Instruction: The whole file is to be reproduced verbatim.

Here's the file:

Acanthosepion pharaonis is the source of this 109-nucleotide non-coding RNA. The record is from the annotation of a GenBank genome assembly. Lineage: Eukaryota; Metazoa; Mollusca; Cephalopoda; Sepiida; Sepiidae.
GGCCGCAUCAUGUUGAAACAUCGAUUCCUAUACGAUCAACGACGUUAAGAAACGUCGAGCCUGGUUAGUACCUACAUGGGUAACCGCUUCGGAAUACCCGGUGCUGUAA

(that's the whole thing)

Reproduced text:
Acanthosepion pharaonis is the source of this 109-nucleotide non-coding RNA. The record is from the annotation of a GenBank genome assembly. Lineage: Eukaryota; Metazoa; Mollusca; Cephalopoda; Sepiida; Sepiidae.
GGCCGCAUCAUGUUGAAACAUCGAUUCCUAUACGAUCAACGACGUUAAGAAACGUCGAGCCUGGUUAGUACCUACAUGGGUAACCGCUUCGGAAUACCCGGUGCUGUAA